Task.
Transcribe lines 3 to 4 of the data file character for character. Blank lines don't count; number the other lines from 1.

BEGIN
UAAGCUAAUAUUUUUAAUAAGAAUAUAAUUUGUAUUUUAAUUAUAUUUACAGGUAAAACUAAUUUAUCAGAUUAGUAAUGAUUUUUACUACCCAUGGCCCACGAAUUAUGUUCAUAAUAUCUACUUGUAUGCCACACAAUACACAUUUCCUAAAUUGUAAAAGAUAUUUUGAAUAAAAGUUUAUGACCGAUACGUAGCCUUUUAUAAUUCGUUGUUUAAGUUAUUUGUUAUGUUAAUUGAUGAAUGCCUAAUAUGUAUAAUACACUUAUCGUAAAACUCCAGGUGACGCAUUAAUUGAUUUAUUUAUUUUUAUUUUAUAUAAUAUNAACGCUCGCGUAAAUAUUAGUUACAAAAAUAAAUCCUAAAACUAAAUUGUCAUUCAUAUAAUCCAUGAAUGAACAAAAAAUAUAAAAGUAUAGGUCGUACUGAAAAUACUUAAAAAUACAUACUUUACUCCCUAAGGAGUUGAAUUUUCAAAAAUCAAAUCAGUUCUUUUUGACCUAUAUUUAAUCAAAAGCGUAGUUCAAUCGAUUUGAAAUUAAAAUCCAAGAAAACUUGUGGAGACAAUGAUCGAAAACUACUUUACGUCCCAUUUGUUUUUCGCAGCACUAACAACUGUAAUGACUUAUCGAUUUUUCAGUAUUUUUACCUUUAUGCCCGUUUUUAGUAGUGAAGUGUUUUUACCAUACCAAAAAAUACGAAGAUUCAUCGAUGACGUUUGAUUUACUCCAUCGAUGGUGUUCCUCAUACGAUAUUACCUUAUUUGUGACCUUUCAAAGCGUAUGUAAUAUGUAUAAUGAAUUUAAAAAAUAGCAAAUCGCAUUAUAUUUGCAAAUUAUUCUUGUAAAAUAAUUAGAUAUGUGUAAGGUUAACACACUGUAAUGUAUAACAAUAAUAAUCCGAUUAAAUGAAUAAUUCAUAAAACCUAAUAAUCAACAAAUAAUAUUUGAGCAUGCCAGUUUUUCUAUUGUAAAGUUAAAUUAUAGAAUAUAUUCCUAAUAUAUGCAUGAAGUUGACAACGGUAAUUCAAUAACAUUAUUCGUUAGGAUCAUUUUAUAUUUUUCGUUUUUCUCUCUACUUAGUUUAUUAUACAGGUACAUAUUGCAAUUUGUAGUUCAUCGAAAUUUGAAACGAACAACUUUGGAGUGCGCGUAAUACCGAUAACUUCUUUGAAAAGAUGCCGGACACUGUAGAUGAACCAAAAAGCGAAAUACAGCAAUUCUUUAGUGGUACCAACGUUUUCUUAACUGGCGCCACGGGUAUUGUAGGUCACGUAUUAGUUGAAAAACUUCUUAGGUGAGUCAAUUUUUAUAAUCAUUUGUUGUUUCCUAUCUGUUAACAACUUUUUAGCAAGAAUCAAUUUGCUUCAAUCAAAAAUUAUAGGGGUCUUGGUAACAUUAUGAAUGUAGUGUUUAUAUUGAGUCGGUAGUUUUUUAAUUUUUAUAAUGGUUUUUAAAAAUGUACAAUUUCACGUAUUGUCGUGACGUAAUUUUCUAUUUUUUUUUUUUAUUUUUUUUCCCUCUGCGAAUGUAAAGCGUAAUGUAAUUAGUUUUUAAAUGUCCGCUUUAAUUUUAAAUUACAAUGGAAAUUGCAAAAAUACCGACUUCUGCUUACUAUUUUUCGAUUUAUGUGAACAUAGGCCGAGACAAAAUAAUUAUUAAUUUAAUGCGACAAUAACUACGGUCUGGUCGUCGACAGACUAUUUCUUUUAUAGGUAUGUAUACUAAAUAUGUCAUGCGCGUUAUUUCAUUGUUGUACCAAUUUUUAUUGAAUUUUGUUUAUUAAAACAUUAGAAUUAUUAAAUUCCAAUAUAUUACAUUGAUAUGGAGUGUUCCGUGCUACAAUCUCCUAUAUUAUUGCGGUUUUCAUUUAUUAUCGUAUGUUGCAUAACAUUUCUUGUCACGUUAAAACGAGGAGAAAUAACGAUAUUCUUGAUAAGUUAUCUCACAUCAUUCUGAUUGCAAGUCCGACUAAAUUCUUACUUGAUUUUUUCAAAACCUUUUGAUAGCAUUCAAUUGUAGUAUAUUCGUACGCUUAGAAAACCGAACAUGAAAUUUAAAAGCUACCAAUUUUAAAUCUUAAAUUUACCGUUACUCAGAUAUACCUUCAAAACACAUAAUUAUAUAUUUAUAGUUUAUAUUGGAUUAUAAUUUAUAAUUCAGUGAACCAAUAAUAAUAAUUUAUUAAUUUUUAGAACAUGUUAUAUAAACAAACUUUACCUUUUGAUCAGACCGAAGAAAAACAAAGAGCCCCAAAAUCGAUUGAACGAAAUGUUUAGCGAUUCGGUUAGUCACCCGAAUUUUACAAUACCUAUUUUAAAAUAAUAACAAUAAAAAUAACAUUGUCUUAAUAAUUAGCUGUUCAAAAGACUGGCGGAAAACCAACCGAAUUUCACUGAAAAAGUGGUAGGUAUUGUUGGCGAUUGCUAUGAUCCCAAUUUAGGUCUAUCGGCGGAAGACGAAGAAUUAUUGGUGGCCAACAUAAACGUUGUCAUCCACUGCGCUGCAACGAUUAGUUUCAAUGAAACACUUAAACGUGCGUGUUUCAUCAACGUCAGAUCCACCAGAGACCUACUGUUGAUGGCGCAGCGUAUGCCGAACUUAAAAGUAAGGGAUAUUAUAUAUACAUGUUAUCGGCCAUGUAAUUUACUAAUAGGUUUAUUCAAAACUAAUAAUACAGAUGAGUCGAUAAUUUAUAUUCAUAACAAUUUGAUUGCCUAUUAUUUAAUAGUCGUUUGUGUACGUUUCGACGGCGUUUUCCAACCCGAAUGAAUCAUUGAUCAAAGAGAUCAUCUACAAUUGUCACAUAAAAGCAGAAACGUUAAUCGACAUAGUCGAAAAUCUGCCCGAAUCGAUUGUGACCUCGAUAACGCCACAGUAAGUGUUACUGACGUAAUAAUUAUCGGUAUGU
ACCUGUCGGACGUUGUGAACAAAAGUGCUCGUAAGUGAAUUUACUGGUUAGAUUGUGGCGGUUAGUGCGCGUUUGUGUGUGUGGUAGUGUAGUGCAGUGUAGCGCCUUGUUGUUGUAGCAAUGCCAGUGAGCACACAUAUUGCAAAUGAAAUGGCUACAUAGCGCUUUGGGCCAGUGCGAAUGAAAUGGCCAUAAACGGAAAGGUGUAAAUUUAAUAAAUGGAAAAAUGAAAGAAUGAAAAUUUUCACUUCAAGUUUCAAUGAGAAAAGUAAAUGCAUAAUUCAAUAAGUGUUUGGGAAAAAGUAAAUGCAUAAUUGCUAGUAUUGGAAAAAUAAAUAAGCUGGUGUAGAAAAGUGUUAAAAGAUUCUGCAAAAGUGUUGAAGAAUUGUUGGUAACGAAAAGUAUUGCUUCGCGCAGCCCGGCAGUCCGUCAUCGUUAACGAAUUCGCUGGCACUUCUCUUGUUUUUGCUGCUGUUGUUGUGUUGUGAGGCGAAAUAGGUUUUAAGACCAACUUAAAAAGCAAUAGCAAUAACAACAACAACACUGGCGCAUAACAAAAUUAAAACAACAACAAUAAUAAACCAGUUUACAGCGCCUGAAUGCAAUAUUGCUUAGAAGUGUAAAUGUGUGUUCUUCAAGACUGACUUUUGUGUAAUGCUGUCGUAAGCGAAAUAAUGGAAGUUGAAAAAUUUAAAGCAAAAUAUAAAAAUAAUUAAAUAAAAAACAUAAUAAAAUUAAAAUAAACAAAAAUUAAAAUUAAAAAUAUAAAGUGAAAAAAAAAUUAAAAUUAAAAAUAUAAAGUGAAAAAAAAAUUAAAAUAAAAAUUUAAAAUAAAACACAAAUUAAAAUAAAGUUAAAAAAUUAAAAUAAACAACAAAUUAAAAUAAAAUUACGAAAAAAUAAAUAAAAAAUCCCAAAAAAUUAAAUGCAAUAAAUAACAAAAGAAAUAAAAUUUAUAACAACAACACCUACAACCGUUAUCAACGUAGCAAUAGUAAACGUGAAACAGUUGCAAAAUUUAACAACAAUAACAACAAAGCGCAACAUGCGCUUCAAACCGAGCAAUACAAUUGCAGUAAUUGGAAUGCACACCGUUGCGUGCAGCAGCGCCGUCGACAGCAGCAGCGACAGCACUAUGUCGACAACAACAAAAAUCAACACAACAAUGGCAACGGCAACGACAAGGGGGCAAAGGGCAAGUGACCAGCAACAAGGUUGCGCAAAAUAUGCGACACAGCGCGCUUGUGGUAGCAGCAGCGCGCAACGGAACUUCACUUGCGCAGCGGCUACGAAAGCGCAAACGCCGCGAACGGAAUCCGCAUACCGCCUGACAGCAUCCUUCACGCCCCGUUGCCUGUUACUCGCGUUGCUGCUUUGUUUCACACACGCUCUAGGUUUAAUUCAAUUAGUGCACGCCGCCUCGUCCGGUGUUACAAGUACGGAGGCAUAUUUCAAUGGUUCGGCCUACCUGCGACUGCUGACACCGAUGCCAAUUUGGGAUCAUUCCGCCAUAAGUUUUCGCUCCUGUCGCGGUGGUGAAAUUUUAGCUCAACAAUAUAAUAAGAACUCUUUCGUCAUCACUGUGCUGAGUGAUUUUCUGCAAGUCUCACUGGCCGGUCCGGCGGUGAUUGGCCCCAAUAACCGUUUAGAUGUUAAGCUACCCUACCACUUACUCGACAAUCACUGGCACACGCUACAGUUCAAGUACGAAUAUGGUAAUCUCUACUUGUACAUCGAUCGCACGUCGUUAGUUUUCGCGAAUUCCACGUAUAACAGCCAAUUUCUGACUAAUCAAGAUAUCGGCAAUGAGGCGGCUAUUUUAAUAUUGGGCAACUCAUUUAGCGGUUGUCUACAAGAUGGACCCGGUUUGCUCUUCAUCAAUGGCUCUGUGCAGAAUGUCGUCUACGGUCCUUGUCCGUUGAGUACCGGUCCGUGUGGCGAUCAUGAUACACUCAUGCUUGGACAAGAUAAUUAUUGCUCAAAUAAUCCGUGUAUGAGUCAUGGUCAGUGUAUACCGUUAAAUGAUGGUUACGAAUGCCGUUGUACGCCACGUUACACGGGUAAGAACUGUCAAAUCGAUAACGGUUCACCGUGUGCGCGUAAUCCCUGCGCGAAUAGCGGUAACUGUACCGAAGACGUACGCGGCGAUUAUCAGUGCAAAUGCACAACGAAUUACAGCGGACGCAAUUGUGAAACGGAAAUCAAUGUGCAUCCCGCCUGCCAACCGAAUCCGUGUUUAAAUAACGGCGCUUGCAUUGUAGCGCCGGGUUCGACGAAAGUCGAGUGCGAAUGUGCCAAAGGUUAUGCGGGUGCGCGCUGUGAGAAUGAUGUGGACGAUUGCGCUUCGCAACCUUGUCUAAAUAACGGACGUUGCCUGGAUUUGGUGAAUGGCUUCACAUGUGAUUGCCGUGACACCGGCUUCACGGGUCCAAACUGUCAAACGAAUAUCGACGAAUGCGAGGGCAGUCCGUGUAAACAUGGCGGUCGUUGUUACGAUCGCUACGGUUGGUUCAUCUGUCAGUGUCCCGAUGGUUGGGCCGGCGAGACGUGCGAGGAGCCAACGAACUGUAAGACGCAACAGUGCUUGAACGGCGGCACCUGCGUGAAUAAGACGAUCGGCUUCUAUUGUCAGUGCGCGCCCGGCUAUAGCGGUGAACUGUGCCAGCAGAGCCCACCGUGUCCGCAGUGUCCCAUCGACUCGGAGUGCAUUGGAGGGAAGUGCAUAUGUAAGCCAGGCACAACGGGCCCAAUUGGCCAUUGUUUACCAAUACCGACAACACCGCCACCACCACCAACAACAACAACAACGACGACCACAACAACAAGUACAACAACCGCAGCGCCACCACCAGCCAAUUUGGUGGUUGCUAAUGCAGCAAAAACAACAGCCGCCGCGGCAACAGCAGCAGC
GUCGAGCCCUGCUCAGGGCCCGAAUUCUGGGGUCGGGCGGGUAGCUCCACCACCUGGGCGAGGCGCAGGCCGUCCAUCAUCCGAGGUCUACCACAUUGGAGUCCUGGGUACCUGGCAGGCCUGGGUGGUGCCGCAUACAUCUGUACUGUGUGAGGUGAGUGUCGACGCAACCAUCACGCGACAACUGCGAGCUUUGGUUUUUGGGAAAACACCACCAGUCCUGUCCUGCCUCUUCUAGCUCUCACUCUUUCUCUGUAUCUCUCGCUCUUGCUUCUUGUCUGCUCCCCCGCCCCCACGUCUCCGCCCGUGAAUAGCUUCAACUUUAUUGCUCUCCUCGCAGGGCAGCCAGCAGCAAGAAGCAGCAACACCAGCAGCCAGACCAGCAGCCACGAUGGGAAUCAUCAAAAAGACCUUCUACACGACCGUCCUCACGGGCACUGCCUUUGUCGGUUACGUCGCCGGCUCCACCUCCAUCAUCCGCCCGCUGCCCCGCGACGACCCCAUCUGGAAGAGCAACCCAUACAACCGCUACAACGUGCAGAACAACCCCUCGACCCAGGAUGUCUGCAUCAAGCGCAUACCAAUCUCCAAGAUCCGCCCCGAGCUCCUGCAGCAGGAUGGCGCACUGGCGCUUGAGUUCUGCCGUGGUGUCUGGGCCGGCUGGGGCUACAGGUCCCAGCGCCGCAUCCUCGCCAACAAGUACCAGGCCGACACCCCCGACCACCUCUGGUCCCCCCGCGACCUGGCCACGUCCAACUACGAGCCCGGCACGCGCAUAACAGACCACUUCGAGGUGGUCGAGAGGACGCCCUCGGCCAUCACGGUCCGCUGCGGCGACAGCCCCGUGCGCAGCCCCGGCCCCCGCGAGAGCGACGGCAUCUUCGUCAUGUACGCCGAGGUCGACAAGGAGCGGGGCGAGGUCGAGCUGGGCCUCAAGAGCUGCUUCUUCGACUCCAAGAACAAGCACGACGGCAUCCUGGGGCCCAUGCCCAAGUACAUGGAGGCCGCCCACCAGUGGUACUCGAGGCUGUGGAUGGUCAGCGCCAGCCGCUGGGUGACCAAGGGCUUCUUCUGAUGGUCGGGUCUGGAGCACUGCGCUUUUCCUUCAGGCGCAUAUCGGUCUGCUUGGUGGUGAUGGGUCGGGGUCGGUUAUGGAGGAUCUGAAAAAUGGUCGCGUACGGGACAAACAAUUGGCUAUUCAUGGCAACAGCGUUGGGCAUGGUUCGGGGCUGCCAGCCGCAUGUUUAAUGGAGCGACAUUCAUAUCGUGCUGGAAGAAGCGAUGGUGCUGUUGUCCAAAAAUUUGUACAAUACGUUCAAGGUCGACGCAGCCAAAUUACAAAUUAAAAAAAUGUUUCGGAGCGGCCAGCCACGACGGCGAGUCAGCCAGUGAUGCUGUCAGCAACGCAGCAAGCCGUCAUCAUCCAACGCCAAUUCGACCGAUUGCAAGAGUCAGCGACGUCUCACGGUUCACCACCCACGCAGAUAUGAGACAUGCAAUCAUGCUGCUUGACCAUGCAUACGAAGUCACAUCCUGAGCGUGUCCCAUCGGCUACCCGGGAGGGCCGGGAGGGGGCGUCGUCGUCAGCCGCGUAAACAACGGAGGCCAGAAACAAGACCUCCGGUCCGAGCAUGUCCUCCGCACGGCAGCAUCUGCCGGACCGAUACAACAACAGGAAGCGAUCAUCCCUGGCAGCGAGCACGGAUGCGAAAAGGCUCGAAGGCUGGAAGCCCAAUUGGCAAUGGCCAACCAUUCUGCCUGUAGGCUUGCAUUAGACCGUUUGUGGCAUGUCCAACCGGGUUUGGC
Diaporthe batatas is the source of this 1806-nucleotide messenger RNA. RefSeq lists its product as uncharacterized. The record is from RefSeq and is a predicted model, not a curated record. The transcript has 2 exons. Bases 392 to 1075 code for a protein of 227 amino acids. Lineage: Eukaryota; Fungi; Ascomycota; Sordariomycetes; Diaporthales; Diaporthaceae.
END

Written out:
GUCGAGCCCUGCUCAGGGCCCGAAUUCUGGGGUCGGGCGGGUAGCUCCACCACCUGGGCGAGGCGCAGGCCGUCCAUCAUCCGAGGUCUACCACAUUGGAGUCCUGGGUACCUGGCAGGCCUGGGUGGUGCCGCAUACAUCUGUACUGUGUGAGGUGAGUGUCGACGCAACCAUCACGCGACAACUGCGAGCUUUGGUUUUUGGGAAAACACCACCAGUCCUGUCCUGCCUCUUCUAGCUCUCACUCUUUCUCUGUAUCUCUCGCUCUUGCUUCUUGUCUGCUCCCCCGCCCCCACGUCUCCGCCCGUGAAUAGCUUCAACUUUAUUGCUCUCCUCGCAGGGCAGCCAGCAGCAAGAAGCAGCAACACCAGCAGCCAGACCAGCAGCCACGAUGGGAAUCAUCAAAAAGACCUUCUACACGACCGUCCUCACGGGCACUGCCUUUGUCGGUUACGUCGCCGGCUCCACCUCCAUCAUCCGCCCGCUGCCCCGCGACGACCCCAUCUGGAAGAGCAACCCAUACAACCGCUACAACGUGCAGAACAACCCCUCGACCCAGGAUGUCUGCAUCAAGCGCAUACCAAUCUCCAAGAUCCGCCCCGAGCUCCUGCAGCAGGAUGGCGCACUGGCGCUUGAGUUCUGCCGUGGUGUCUGGGCCGGCUGGGGCUACAGGUCCCAGCGCCGCAUCCUCGCCAACAAGUACCAGGCCGACACCCCCGACCACCUCUGGUCCCCCCGCGACCUGGCCACGUCCAACUACGAGCCCGGCACGCGCAUAACAGACCACUUCGAGGUGGUCGAGAGGACGCCCUCGGCCAUCACGGUCCGCUGCGGCGACAGCCCCGUGCGCAGCCCCGGCCCCCGCGAGAGCGACGGCAUCUUCGUCAUGUACGCCGAGGUCGACAAGGAGCGGGGCGAGGUCGAGCUGGGCCUCAAGAGCUGCUUCUUCGACUCCAAGAACAAGCACGACGGCAUCCUGGGGCCCAUGCCCAAGUACAUGGAGGCCGCCCACCAGUGGUACUCGAGGCUGUGGAUGGUCAGCGCCAGCCGCUGGGUGACCAAGGGCUUCUUCUGAUGGUCGGGUCUGGAGCACUGCGCUUUUCCUUCAGGCGCAUAUCGGUCUGCUUGGUGGUGAUGGGUCGGGGUCGGUUAUGGAGGAUCUGAAAAAUGGUCGCGUACGGGACAAACAAUUGGCUAUUCAUGGCAACAGCGUUGGGCAUGGUUCGGGGCUGCCAGCCGCAUGUUUAAUGGAGCGACAUUCAUAUCGUGCUGGAAGAAGCGAUGGUGCUGUUGUCCAAAAAUUUGUACAAUACGUUCAAGGUCGACGCAGCCAAAUUACAAAUUAAAAAAAUGUUUCGGAGCGGCCAGCCACGACGGCGAGUCAGCCAGUGAUGCUGUCAGCAACGCAGCAAGCCGUCAUCAUCCAACGCCAAUUCGACCGAUUGCAAGAGUCAGCGACGUCUCACGGUUCACCACCCACGCAGAUAUGAGACAUGCAAUCAUGCUGCUUGACCAUGCAUACGAAGUCACAUCCUGAGCGUGUCCCAUCGGCUACCCGGGAGGGCCGGGAGGGGGCGUCGUCGUCAGCCGCGUAAACAACGGAGGCCAGAAACAAGACCUCCGGUCCGAGCAUGUCCUCCGCACGGCAGCAUCUGCCGGACCGAUACAACAACAGGAAGCGAUCAUCCCUGGCAGCGAGCACGGAUGCGAAAAGGCUCGAAGGCUGGAAGCCCAAUUGGCAAUGGCCAACCAUUCUGCCUGUAGGCUUGCAUUAGACCGUUUGUGGCAUGUCCAACCGGGUUUGGC
Diaporthe batatas is the source of this 1806-nucleotide messenger RNA. RefSeq lists its product as uncharacterized. The record is from RefSeq and is a predicted model, not a curated record. The transcript has 2 exons. Bases 392 to 1075 code for a protein of 227 amino acids. Lineage: Eukaryota; Fungi; Ascomycota; Sordariomycetes; Diaporthales; Diaporthaceae.